I plan on trying to stick to some of Pollan's rules and see how easy they are to incorporate into my daily habits. I'll start by focusing on these favorites I've selected and gradually include more and do my best to update you in the blog or on twitter. 

Check Pollan's book out of your local library, take an hour to go read it in the store, or if you can afford its low price pick it up for yourself and make notes! Write about the foods you eat with ingredients you can't pronounce or picture, the junk you could make at home for yourself so it takes out a lot of the junk, write-up a cheat sheet for yourself when you go grocery shopping, photo copy some of the pages and post them on the fridge for your family to read without thinking about it and in turn start thinking about what they eat before they consume it.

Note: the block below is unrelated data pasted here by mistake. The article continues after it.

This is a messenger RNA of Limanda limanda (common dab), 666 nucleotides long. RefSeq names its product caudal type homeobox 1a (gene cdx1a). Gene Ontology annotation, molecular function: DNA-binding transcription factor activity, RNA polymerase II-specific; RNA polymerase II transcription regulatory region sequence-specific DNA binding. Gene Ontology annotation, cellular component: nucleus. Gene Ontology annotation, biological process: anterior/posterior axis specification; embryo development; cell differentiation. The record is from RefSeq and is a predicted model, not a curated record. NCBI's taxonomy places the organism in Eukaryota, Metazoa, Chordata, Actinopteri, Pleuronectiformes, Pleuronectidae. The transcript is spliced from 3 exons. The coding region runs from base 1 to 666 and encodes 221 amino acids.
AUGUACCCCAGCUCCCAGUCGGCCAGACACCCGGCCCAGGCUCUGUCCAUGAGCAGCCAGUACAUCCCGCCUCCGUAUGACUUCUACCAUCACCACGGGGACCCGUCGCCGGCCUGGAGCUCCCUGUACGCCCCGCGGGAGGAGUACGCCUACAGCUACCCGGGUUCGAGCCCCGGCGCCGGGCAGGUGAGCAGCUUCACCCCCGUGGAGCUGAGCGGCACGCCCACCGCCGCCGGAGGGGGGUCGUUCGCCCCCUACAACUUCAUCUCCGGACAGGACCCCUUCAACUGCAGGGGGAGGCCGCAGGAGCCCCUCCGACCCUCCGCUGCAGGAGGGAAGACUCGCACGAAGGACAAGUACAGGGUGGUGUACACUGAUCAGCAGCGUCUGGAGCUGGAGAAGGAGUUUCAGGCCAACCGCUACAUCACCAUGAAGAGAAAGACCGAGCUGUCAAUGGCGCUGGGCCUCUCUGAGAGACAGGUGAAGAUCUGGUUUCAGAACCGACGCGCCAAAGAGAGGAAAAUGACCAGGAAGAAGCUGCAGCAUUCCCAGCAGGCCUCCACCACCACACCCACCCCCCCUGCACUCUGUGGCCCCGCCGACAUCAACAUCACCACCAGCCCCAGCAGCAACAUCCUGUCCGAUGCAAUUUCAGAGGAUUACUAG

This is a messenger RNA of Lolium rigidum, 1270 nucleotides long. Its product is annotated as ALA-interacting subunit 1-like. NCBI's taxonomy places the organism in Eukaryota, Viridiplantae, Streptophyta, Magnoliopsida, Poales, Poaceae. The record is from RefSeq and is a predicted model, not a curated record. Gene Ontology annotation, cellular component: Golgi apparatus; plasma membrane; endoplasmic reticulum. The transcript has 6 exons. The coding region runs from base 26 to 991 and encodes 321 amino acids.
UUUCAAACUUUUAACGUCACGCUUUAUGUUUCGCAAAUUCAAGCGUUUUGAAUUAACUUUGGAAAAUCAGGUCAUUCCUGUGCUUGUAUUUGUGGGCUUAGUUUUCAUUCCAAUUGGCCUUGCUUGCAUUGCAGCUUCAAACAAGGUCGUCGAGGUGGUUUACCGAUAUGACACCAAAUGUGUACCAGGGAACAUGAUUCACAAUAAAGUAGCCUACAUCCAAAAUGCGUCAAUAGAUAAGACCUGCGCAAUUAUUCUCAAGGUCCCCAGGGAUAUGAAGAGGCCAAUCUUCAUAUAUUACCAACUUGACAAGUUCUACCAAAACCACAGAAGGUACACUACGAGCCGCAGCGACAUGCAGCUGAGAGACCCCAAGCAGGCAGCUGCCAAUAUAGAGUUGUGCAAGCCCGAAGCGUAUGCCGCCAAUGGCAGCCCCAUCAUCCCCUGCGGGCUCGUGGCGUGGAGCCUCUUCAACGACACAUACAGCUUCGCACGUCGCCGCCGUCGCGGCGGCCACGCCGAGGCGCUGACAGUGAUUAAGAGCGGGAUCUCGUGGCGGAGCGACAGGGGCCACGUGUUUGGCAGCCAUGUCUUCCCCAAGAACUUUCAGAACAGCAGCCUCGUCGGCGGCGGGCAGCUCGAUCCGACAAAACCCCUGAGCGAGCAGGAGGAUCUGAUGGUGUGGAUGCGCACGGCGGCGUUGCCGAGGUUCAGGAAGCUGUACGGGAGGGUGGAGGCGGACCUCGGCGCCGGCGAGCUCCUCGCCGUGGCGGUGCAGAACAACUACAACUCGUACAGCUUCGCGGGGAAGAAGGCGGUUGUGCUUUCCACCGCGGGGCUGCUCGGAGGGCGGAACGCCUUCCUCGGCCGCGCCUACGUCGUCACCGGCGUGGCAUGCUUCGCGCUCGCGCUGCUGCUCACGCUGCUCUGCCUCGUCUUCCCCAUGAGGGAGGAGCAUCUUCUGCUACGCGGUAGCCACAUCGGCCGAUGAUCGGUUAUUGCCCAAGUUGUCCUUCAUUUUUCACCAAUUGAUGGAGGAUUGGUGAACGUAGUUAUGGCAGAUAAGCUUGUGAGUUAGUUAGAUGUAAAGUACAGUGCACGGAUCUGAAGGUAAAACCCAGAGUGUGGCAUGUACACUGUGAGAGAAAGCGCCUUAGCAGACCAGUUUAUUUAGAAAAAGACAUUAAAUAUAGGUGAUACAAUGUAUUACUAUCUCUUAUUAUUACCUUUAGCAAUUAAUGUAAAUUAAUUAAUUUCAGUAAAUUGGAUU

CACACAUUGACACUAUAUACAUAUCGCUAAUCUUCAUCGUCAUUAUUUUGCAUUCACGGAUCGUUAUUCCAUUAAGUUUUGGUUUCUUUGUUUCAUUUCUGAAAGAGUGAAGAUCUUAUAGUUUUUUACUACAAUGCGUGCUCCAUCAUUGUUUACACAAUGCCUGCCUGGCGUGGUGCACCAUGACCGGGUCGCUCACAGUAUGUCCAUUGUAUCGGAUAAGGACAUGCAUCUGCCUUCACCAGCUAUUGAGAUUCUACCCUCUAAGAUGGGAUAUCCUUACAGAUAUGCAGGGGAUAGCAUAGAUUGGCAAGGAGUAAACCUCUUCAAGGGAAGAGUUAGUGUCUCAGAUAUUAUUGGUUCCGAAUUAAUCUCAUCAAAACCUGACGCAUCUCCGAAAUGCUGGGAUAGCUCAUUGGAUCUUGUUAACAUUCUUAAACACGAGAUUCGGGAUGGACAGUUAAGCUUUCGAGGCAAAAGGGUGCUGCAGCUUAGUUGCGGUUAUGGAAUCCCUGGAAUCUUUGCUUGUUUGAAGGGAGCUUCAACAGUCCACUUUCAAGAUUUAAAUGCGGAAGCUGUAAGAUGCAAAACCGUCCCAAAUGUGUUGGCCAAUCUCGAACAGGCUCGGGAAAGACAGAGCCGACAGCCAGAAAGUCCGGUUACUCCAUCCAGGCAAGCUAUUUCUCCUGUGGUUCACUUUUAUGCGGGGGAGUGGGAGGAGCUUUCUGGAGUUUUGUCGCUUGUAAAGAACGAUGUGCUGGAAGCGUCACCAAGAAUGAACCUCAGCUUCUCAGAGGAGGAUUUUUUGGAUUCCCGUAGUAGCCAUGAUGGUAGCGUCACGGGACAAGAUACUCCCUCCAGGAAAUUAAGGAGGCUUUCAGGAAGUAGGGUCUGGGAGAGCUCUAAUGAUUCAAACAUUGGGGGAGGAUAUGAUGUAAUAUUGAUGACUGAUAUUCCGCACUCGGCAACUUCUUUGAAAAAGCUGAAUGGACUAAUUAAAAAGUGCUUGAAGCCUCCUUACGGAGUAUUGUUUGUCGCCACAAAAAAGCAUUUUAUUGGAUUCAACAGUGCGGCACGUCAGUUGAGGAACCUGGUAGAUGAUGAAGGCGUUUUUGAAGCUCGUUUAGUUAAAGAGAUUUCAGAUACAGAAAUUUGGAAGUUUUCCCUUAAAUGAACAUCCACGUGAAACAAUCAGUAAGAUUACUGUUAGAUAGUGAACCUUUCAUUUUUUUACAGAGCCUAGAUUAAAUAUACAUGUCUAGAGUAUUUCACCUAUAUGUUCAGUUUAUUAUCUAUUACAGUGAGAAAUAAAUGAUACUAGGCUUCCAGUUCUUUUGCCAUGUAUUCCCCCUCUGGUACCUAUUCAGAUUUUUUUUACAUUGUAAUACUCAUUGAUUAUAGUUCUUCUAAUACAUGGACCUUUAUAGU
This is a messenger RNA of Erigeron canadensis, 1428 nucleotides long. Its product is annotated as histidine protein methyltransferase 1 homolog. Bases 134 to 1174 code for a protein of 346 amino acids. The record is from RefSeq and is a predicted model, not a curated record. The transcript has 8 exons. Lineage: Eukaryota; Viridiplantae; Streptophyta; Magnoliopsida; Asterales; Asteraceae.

Start your own revolution! 

Sunday, May 9, 2010

Mother's Day

Back in November I realized how little I had seen Thanksgiving as a major 'foodie' holiday even though the main thing about the holiday is a whole sharing a similarly huge meal, this to is true for Mother's Day. 

There is always the idea of breakfast in bed for Mom and a big brunch. The deeper fact of the matter is that the role of cook has historically been assigned to Mom. We expect to receive the best advice on how to live well from our mothers and our grandmothers and a lot of that advice is related to how we eat. We develop our habits in our upbringing and how we eat is nigh solely influenced by how we are fed as children. Mother's Day is for celebrating, honoring, and ensuring Mom knows how special she is-- which can best be shown by giving her a day off from the kitchen and pampering her for all the hard work she does throughout the year.